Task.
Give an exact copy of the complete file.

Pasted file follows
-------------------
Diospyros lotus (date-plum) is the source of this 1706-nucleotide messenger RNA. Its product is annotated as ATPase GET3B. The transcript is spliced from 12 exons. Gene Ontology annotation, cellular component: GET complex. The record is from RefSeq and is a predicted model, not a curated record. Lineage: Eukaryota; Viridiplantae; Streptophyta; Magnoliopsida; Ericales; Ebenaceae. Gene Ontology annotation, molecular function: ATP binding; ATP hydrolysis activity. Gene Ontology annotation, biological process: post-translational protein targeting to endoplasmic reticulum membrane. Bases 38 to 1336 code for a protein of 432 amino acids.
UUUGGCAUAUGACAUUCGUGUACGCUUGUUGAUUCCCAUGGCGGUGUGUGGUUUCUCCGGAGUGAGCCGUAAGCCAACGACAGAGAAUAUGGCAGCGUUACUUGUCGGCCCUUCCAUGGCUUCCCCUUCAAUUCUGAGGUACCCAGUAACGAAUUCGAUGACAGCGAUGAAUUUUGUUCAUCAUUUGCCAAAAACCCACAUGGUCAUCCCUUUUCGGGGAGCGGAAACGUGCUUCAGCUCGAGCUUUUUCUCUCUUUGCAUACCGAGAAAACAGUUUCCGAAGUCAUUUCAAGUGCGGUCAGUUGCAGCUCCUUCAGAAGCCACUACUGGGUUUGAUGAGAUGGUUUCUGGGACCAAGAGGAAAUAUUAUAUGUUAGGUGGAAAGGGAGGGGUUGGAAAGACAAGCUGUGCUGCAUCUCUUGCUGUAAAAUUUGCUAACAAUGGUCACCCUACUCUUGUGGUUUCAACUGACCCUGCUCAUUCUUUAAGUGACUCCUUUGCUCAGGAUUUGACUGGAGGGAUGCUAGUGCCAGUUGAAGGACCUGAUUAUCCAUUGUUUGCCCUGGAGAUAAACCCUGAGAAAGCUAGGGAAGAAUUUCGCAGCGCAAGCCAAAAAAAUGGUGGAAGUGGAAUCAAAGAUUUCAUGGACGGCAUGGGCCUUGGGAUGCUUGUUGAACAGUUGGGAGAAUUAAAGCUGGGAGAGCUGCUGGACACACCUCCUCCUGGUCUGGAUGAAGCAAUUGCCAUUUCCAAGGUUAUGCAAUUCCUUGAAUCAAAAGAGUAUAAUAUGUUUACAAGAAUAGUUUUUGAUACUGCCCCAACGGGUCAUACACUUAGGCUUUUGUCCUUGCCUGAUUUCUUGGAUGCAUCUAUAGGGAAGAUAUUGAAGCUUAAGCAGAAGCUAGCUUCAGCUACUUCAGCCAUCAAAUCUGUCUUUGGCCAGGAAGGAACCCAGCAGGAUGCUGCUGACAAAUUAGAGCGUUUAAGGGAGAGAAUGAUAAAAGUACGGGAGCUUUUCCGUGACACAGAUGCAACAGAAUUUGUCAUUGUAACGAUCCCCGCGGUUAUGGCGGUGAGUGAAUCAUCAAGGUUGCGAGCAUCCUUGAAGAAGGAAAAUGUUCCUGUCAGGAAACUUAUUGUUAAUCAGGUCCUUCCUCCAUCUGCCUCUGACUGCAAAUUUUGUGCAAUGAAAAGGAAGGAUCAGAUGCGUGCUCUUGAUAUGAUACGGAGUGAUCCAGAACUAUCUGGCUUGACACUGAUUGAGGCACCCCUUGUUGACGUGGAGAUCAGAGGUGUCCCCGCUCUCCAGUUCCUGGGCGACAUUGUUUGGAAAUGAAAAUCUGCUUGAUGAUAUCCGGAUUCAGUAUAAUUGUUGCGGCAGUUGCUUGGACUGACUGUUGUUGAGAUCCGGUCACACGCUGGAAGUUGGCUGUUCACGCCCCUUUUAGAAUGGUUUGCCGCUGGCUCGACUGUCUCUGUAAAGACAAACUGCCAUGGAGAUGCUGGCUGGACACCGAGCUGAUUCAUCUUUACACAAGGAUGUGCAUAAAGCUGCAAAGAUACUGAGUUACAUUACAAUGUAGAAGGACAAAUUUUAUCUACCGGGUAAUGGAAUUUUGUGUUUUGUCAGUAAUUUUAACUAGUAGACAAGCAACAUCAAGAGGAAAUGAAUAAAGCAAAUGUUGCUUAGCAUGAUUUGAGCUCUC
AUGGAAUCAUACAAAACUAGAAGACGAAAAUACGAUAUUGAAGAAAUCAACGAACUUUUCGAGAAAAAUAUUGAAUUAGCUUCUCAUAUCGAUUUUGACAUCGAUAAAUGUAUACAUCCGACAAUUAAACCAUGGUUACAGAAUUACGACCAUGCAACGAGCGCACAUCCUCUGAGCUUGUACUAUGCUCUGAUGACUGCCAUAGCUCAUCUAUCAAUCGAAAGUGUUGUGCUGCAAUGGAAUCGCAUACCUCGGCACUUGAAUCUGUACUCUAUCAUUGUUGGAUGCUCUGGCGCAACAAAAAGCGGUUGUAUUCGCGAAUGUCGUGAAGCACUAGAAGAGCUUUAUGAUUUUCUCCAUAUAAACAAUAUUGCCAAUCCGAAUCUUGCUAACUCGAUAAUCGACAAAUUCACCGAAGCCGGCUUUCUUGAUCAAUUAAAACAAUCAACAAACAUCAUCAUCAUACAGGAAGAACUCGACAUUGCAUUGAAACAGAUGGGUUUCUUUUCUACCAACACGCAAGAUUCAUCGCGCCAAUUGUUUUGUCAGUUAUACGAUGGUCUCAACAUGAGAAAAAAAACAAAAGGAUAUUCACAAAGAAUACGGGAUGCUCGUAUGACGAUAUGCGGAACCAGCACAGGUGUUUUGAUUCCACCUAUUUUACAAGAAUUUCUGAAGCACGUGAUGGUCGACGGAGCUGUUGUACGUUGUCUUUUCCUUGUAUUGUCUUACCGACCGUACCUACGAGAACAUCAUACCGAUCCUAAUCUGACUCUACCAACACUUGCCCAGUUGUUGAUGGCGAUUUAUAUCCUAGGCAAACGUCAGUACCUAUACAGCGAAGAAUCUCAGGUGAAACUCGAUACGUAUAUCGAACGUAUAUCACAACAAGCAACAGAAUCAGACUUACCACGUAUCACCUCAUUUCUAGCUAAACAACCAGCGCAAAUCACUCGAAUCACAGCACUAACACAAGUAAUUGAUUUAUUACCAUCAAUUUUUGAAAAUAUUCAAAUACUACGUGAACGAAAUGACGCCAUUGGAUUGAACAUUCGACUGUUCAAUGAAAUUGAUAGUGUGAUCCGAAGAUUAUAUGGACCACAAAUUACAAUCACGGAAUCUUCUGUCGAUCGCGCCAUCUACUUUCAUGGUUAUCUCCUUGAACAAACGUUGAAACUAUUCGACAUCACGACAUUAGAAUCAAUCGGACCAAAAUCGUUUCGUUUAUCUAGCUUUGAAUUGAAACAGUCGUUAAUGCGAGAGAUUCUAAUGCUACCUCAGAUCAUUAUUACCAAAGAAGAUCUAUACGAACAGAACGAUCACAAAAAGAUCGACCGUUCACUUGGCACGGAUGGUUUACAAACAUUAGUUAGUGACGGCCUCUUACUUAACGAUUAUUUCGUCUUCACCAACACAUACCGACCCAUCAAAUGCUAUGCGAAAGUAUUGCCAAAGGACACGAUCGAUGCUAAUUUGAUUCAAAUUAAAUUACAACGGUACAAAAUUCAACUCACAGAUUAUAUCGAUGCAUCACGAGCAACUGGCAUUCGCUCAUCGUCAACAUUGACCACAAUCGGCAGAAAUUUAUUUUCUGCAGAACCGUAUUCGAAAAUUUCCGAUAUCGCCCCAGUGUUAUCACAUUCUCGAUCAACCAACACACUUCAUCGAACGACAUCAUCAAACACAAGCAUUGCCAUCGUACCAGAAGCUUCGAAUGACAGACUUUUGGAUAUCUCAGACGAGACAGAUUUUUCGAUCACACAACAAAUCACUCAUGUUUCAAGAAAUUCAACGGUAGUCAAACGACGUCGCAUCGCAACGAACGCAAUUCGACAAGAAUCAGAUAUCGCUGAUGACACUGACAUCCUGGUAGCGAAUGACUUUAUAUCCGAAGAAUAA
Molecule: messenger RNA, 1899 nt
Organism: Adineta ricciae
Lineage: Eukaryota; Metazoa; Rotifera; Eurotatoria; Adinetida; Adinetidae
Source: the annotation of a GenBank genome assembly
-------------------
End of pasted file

Diospyros lotus (date-plum) is the source of this 1706-nucleotide messenger RNA. Its product is annotated as ATPase GET3B. The transcript is spliced from 12 exons. Gene Ontology annotation, cellular component: GET complex. The record is from RefSeq and is a predicted model, not a curated record. Lineage: Eukaryota; Viridiplantae; Streptophyta; Magnoliopsida; Ericales; Ebenaceae. Gene Ontology annotation, molecular function: ATP binding; ATP hydrolysis activity. Gene Ontology annotation, biological process: post-translational protein targeting to endoplasmic reticulum membrane. Bases 38 to 1336 code for a protein of 432 amino acids.
UUUGGCAUAUGACAUUCGUGUACGCUUGUUGAUUCCCAUGGCGGUGUGUGGUUUCUCCGGAGUGAGCCGUAAGCCAACGACAGAGAAUAUGGCAGCGUUACUUGUCGGCCCUUCCAUGGCUUCCCCUUCAAUUCUGAGGUACCCAGUAACGAAUUCGAUGACAGCGAUGAAUUUUGUUCAUCAUUUGCCAAAAACCCACAUGGUCAUCCCUUUUCGGGGAGCGGAAACGUGCUUCAGCUCGAGCUUUUUCUCUCUUUGCAUACCGAGAAAACAGUUUCCGAAGUCAUUUCAAGUGCGGUCAGUUGCAGCUCCUUCAGAAGCCACUACUGGGUUUGAUGAGAUGGUUUCUGGGACCAAGAGGAAAUAUUAUAUGUUAGGUGGAAAGGGAGGGGUUGGAAAGACAAGCUGUGCUGCAUCUCUUGCUGUAAAAUUUGCUAACAAUGGUCACCCUACUCUUGUGGUUUCAACUGACCCUGCUCAUUCUUUAAGUGACUCCUUUGCUCAGGAUUUGACUGGAGGGAUGCUAGUGCCAGUUGAAGGACCUGAUUAUCCAUUGUUUGCCCUGGAGAUAAACCCUGAGAAAGCUAGGGAAGAAUUUCGCAGCGCAAGCCAAAAAAAUGGUGGAAGUGGAAUCAAAGAUUUCAUGGACGGCAUGGGCCUUGGGAUGCUUGUUGAACAGUUGGGAGAAUUAAAGCUGGGAGAGCUGCUGGACACACCUCCUCCUGGUCUGGAUGAAGCAAUUGCCAUUUCCAAGGUUAUGCAAUUCCUUGAAUCAAAAGAGUAUAAUAUGUUUACAAGAAUAGUUUUUGAUACUGCCCCAACGGGUCAUACACUUAGGCUUUUGUCCUUGCCUGAUUUCUUGGAUGCAUCUAUAGGGAAGAUAUUGAAGCUUAAGCAGAAGCUAGCUUCAGCUACUUCAGCCAUCAAAUCUGUCUUUGGCCAGGAAGGAACCCAGCAGGAUGCUGCUGACAAAUUAGAGCGUUUAAGGGAGAGAAUGAUAAAAGUACGGGAGCUUUUCCGUGACACAGAUGCAACAGAAUUUGUCAUUGUAACGAUCCCCGCGGUUAUGGCGGUGAGUGAAUCAUCAAGGUUGCGAGCAUCCUUGAAGAAGGAAAAUGUUCCUGUCAGGAAACUUAUUGUUAAUCAGGUCCUUCCUCCAUCUGCCUCUGACUGCAAAUUUUGUGCAAUGAAAAGGAAGGAUCAGAUGCGUGCUCUUGAUAUGAUACGGAGUGAUCCAGAACUAUCUGGCUUGACACUGAUUGAGGCACCCCUUGUUGACGUGGAGAUCAGAGGUGUCCCCGCUCUCCAGUUCCUGGGCGACAUUGUUUGGAAAUGAAAAUCUGCUUGAUGAUAUCCGGAUUCAGUAUAAUUGUUGCGGCAGUUGCUUGGACUGACUGUUGUUGAGAUCCGGUCACACGCUGGAAGUUGGCUGUUCACGCCCCUUUUAGAAUGGUUUGCCGCUGGCUCGACUGUCUCUGUAAAGACAAACUGCCAUGGAGAUGCUGGCUGGACACCGAGCUGAUUCAUCUUUACACAAGGAUGUGCAUAAAGCUGCAAAGAUACUGAGUUACAUUACAAUGUAGAAGGACAAAUUUUAUCUACCGGGUAAUGGAAUUUUGUGUUUUGUCAGUAAUUUUAACUAGUAGACAAGCAACAUCAAGAGGAAAUGAAUAAAGCAAAUGUUGCUUAGCAUGAUUUGAGCUCUC
AUGGAAUCAUACAAAACUAGAAGACGAAAAUACGAUAUUGAAGAAAUCAACGAACUUUUCGAGAAAAAUAUUGAAUUAGCUUCUCAUAUCGAUUUUGACAUCGAUAAAUGUAUACAUCCGACAAUUAAACCAUGGUUACAGAAUUACGACCAUGCAACGAGCGCACAUCCUCUGAGCUUGUACUAUGCUCUGAUGACUGCCAUAGCUCAUCUAUCAAUCGAAAGUGUUGUGCUGCAAUGGAAUCGCAUACCUCGGCACUUGAAUCUGUACUCUAUCAUUGUUGGAUGCUCUGGCGCAACAAAAAGCGGUUGUAUUCGCGAAUGUCGUGAAGCACUAGAAGAGCUUUAUGAUUUUCUCCAUAUAAACAAUAUUGCCAAUCCGAAUCUUGCUAACUCGAUAAUCGACAAAUUCACCGAAGCCGGCUUUCUUGAUCAAUUAAAACAAUCAACAAACAUCAUCAUCAUACAGGAAGAACUCGACAUUGCAUUGAAACAGAUGGGUUUCUUUUCUACCAACACGCAAGAUUCAUCGCGCCAAUUGUUUUGUCAGUUAUACGAUGGUCUCAACAUGAGAAAAAAAACAAAAGGAUAUUCACAAAGAAUACGGGAUGCUCGUAUGACGAUAUGCGGAACCAGCACAGGUGUUUUGAUUCCACCUAUUUUACAAGAAUUUCUGAAGCACGUGAUGGUCGACGGAGCUGUUGUACGUUGUCUUUUCCUUGUAUUGUCUUACCGACCGUACCUACGAGAACAUCAUACCGAUCCUAAUCUGACUCUACCAACACUUGCCCAGUUGUUGAUGGCGAUUUAUAUCCUAGGCAAACGUCAGUACCUAUACAGCGAAGAAUCUCAGGUGAAACUCGAUACGUAUAUCGAACGUAUAUCACAACAAGCAACAGAAUCAGACUUACCACGUAUCACCUCAUUUCUAGCUAAACAACCAGCGCAAAUCACUCGAAUCACAGCACUAACACAAGUAAUUGAUUUAUUACCAUCAAUUUUUGAAAAUAUUCAAAUACUACGUGAACGAAAUGACGCCAUUGGAUUGAACAUUCGACUGUUCAAUGAAAUUGAUAGUGUGAUCCGAAGAUUAUAUGGACCACAAAUUACAAUCACGGAAUCUUCUGUCGAUCGCGCCAUCUACUUUCAUGGUUAUCUCCUUGAACAAACGUUGAAACUAUUCGACAUCACGACAUUAGAAUCAAUCGGACCAAAAUCGUUUCGUUUAUCUAGCUUUGAAUUGAAACAGUCGUUAAUGCGAGAGAUUCUAAUGCUACCUCAGAUCAUUAUUACCAAAGAAGAUCUAUACGAACAGAACGAUCACAAAAAGAUCGACCGUUCACUUGGCACGGAUGGUUUACAAACAUUAGUUAGUGACGGCCUCUUACUUAACGAUUAUUUCGUCUUCACCAACACAUACCGACCCAUCAAAUGCUAUGCGAAAGUAUUGCCAAAGGACACGAUCGAUGCUAAUUUGAUUCAAAUUAAAUUACAACGGUACAAAAUUCAACUCACAGAUUAUAUCGAUGCAUCACGAGCAACUGGCAUUCGCUCAUCGUCAACAUUGACCACAAUCGGCAGAAAUUUAUUUUCUGCAGAACCGUAUUCGAAAAUUUCCGAUAUCGCCCCAGUGUUAUCACAUUCUCGAUCAACCAACACACUUCAUCGAACGACAUCAUCAAACACAAGCAUUGCCAUCGUACCAGAAGCUUCGAAUGACAGACUUUUGGAUAUCUCAGACGAGACAGAUUUUUCGAUCACACAACAAAUCACUCAUGUUUCAAGAAAUUCAACGGUAGUCAAACGACGUCGCAUCGCAACGAACGCAAUUCGACAAGAAUCAGAUAUCGCUGAUGACACUGACAUCCUGGUAGCGAAUGACUUUAUAUCCGAAGAAUAA
Molecule: messenger RNA, 1899 nt
Organism: Adineta ricciae
Lineage: Eukaryota; Metazoa; Rotifera; Eurotatoria; Adinetida; Adinetidae
Source: the annotation of a GenBank genome assembly